Disabled Cambodians Triumph Through Sport

San Mao takes podium place #1

Earlier this month the annual Angkor Wat International Half Marathon races and bike rallies was held, again a very successful event. One of the missions of the annual event is to raise money and awareness for the continuing challenges of land mine victims, the handicaps they have and the artificial limbs and physical rehabilitation they need.

The New York Times recently ran a great article on the event, showcasing the race achievements and life struggles of Mr. San Mao, a land mine victim at the age of 17 and this year at the age of 35, the winner of the 10K run for people with artificial limbs.

…But when Mr. San Mao, then 17, found he was unable to get up from the forest floor, he realized that the lower part of his right leg was gone — blown off by one of the millions of land mines planted across the country during its decades of conflict. Many mines still lurk dangerously in rural areas.

After he lost his leg, Mr. San Mao was unable to resume his work clearing fields for farming. People looked down on him, he said, and no one would give him a job. But on Sunday morning, any sense of despair seemed well behind him. Against the majestic backdrop of the Angkor Wat temple ruins, Mr. San Mao, 35, grinned broadly as he climbed a podium to be crowned the champion of the 10-kilometer, or 6.2-mile, race for athletes with artificial legs, held as part of the Angkor Wat International Half Marathon…

For Mr. San Mao, who has competed in Japan, Malaysia, Vietnam and Korea and trains twice a week with the Cambodian Disabled Athletics Federation, the win Sunday was bittersweet. He says he knows he could have run faster — if only he had had the proper prosthesis. Mr. San Mao, who won his division every year from 2002 to 2007, last year broke the prosthesis he used specially for running.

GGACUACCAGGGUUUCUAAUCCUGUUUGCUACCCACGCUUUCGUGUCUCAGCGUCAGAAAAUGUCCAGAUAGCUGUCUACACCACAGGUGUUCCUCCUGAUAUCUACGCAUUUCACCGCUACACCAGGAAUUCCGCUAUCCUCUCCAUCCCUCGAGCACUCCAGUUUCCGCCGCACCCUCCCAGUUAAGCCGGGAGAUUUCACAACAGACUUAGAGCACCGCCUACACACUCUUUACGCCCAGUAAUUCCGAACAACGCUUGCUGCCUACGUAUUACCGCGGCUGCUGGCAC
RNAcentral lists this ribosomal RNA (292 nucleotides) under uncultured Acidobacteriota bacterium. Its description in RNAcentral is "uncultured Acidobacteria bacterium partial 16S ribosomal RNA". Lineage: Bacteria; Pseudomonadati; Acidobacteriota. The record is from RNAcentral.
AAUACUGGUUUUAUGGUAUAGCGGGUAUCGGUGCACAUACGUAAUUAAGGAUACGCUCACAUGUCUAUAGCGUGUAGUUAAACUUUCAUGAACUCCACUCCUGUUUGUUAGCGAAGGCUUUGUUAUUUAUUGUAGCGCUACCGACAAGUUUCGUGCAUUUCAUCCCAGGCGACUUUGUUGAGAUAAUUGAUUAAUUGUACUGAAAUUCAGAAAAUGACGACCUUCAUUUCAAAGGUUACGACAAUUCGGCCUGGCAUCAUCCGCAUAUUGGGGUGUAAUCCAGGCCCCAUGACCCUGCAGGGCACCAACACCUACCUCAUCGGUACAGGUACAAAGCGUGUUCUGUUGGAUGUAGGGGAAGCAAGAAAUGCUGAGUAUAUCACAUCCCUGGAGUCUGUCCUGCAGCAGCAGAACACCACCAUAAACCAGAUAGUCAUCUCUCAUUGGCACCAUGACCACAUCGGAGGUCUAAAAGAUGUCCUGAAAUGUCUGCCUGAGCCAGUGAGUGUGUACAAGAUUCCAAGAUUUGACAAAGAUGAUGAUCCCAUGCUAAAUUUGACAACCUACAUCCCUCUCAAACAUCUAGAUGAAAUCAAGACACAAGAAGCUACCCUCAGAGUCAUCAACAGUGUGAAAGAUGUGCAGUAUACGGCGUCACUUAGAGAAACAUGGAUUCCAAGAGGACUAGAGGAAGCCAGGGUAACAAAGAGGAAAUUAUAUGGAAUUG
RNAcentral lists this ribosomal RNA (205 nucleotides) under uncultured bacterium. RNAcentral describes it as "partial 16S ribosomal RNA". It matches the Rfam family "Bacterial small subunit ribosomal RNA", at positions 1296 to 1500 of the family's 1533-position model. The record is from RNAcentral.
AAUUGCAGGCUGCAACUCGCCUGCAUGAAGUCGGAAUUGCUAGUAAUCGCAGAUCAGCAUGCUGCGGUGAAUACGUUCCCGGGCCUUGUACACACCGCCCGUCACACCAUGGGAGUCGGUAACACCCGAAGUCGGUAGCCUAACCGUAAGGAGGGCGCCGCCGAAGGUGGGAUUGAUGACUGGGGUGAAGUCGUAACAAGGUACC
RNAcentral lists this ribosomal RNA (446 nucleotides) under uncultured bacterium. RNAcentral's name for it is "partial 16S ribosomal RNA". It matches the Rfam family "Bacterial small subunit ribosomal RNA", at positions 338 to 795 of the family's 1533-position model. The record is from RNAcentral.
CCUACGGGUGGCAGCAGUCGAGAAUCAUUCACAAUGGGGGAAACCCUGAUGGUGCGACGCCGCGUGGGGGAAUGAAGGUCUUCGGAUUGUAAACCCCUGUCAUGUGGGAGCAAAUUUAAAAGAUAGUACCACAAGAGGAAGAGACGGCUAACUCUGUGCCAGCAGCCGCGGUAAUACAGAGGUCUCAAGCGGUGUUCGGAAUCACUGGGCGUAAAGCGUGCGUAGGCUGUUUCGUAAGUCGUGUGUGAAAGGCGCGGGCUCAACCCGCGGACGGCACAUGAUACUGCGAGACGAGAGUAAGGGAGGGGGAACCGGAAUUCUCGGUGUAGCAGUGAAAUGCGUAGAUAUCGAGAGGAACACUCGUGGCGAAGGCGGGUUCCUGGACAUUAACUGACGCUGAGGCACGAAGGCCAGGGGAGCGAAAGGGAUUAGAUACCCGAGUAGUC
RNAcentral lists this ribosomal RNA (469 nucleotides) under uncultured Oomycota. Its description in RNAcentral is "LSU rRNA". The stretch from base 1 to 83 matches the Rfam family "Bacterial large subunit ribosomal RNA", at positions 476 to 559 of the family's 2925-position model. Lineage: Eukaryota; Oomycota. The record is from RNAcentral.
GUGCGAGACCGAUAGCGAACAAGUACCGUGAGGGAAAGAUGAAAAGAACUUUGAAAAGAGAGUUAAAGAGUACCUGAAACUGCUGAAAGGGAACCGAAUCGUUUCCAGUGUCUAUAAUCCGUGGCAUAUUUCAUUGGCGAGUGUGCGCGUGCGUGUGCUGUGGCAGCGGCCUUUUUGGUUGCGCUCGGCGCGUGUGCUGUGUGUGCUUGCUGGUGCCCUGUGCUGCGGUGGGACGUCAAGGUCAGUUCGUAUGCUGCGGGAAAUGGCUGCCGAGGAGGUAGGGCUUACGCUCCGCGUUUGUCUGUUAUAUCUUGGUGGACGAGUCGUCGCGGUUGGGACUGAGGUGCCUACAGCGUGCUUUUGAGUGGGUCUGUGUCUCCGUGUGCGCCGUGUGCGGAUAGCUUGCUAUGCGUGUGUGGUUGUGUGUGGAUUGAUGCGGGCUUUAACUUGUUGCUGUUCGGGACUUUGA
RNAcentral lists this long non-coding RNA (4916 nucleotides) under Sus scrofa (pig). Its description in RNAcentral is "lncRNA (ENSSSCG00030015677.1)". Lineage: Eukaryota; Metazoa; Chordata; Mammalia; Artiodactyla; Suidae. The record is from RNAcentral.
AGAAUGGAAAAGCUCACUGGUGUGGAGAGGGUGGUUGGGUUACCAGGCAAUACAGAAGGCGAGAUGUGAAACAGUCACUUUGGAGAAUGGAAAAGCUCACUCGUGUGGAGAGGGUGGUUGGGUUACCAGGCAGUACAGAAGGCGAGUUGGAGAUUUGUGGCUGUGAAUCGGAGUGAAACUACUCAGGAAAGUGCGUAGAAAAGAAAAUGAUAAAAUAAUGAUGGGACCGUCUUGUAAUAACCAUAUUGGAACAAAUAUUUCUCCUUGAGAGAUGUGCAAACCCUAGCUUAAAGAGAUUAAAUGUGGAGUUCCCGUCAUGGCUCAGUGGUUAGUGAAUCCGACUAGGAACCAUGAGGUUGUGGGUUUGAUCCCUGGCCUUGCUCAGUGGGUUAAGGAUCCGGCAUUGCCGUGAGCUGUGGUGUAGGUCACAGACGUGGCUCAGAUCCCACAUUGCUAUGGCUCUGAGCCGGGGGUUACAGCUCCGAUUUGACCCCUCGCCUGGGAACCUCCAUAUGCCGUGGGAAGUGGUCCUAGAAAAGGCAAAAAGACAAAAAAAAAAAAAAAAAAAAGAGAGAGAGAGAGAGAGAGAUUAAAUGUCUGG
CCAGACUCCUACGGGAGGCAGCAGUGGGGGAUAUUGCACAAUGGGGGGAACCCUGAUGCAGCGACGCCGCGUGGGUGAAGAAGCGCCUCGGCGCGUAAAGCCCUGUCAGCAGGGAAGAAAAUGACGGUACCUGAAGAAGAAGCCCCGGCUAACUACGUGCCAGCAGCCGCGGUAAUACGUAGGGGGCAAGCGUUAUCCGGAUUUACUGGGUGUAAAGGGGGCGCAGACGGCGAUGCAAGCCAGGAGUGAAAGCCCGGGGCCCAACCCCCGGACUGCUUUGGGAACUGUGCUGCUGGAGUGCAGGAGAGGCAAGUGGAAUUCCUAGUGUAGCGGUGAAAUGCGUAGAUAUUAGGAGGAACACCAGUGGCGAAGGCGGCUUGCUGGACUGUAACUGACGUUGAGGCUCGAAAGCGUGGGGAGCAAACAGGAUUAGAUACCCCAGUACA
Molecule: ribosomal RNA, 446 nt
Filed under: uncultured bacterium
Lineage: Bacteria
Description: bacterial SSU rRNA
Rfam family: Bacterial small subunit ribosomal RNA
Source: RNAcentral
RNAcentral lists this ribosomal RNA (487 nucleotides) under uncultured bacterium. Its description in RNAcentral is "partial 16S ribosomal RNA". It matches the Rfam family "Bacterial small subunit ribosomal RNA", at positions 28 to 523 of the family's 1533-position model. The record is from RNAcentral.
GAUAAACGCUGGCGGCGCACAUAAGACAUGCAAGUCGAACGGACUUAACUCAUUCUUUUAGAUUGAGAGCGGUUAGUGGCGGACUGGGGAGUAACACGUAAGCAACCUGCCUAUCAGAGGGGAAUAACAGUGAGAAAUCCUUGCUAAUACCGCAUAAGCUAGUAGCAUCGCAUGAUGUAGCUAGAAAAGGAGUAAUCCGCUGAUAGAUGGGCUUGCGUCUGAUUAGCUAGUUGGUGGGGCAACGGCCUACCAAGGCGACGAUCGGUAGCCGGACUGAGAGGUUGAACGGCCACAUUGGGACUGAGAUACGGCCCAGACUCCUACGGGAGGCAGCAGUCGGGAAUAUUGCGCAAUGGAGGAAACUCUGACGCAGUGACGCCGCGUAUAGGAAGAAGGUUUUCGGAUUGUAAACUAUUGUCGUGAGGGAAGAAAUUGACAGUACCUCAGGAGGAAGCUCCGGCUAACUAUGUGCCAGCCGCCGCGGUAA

Since then, he has been forced to compete with the artificial limb that he wears every day because he cannot afford to have his running prosthesis fixed, or find a donor to buy a new one.

The article also spends some time on Cambodia’s successful international disabled volleyball team:

The success of the national volleyball team — which finished seventh at the Sydney 2000 Paralympics, beating the host nation — has helped raise the profile of disabled athletes in Cambodia.

The team, which will compete in the World Organization Volleyball for Disabled World Cup 2009 in Phnom Penh later this month, is ranked third in the world and is aiming for the top spot.

You can read the entire article here.

(Thinking of visiting the temples of Angkor Wat? Don’t forget to check out my friend Savuth’s tuk tuk services!)

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~ by Leonard on December 18, 2009.

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